Reid ignored the point. Whether the players' ignorance about the overtime rule affected the outcome is debatable. It's inconceivable and embarrassing that some of them didn't know a game can end in a tie. [Commentary from the author]

"I'll take the responsibility for that," Reid said.


"I've never been a part of a tie. I never even knew that was in the rule book," McNabb said after the game. "It's part of the rules, and we have to go with it. I was looking forward to getting the opportunity to get out there and try to drive to win the game. But unfortunately, with the rules, we settled with a tie.

"I guess we're aware of it now," McNabb said. "In college, there are multiple overtimes, and in high school and Pop Warner. I never knew in the professional ranks it would end that way. I hate to see what would happen in the Super Bowl and in the playoffs."

Uh, they keep playing if it's tied in the playoffs or Super Bowl. But McNabb apparently didn't know that, either.


Several of his teammates were just as clueless.

"Me and Greg Lewis were discussing it on the sideline, so we asked one of our trainers and he told us it ends in a tie," running back Correll Buckhalter said.

"I found out while we were in OT," rookie wideout DeSean Jackson said.

"I thought we kept playing," linebacker Omar Gaither said.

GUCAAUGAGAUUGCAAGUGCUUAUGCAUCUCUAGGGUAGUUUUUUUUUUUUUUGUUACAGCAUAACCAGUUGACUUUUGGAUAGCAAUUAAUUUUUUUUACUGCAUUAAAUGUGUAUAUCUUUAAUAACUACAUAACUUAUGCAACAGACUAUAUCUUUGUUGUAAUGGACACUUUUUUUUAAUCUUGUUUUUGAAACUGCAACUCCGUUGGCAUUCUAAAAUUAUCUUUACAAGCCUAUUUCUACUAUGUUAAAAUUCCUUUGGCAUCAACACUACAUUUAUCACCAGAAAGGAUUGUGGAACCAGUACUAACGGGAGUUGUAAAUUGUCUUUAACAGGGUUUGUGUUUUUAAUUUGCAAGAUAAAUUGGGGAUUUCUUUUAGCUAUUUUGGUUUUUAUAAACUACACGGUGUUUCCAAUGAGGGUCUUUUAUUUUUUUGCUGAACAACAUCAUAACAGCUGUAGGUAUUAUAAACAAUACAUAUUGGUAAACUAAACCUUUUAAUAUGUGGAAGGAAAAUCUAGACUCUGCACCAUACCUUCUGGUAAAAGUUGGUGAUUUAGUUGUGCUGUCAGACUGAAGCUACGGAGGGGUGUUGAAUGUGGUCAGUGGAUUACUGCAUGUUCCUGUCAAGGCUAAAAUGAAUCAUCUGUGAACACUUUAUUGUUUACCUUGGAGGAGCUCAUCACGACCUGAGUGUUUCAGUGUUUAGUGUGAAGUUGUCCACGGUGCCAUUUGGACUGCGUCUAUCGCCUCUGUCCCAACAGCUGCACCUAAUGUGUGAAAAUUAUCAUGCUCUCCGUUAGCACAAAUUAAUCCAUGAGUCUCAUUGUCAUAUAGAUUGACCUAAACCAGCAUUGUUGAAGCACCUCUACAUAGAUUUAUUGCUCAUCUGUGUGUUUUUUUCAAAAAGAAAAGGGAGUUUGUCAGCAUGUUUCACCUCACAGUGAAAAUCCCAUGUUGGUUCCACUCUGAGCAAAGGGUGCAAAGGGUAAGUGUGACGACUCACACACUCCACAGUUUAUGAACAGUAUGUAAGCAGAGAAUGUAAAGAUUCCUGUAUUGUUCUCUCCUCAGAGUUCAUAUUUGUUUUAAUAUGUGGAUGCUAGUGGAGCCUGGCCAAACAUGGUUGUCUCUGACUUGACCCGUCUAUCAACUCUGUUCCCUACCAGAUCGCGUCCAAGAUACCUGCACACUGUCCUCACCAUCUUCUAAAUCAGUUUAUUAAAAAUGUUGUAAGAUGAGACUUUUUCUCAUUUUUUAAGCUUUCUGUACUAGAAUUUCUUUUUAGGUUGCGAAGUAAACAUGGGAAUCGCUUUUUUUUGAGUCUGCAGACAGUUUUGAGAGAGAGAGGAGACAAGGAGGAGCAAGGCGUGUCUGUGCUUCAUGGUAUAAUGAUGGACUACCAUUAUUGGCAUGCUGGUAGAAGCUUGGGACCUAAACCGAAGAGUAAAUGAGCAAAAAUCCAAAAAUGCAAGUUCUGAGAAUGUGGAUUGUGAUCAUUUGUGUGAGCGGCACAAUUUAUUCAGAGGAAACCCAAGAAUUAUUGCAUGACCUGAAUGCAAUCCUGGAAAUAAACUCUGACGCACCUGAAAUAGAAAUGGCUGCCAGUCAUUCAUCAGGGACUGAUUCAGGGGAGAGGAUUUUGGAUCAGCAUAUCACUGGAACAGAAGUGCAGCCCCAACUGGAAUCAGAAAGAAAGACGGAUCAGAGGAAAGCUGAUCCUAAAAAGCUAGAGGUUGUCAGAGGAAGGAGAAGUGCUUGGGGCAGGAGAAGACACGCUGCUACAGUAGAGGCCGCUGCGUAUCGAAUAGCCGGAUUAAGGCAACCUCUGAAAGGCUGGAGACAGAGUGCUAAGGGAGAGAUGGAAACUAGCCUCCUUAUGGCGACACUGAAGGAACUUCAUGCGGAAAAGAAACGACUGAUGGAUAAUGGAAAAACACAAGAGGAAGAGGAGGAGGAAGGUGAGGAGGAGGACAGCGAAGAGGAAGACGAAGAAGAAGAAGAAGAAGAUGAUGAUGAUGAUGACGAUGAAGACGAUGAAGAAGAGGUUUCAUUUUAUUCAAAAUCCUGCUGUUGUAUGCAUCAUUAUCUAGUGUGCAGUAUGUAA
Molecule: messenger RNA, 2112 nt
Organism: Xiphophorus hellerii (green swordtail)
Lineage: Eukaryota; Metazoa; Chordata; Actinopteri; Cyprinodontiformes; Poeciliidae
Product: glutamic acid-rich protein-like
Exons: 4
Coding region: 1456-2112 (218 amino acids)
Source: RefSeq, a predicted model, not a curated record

I would like to think my Steelers are smarter than this group. One final quote from the article:

McNabb was unavailable to reporters on Monday. A spokesman for the QB said McNabb told him he wished he knew the rule and wasn't going to make any excuses for not knowing it.

Way to man up, McNabb.

Eagles Inept? Yes. Ignorant of the Rules? Apparently So.

Consider the following two quotes from members of the Philadelphia Eagles following their 13-13 tie game with the woeful Cincinnati Bengals yesterday:

This first one comes from quarterback Donovan McNabb, who went 28-of-58 with three interceptions and a fumble:

No one was more surprised than McNabb that it ended so soon -- 3 hours, 46 minutes after the opening kickoff. The 10th-year quarterback thought it would keep going until someone scored, just like a playoff game.


"I didn't know that," said McNabb, who played a leading role in keeping it tied. "I've never been part of a tie. I never even knew it was in the rule book. I was looking forward to getting the opportunity to get out there and try to drive to win the game. But unfortunately with the rules, we settled with a tie."
The second one comes from the head coach, Andy Reid:
"I've never been in a tie, so I don't know how this works in the standings," coach Andy Reid said. "I know it's not good enough. We need wins, and this is not a win."
He doesn't know how this works?? The quarterback doesn't know that tie games exist in the NFL?? I could have explained these to them when I was in tenth grade! Read about the entire five quarters of Eagles ineptness here.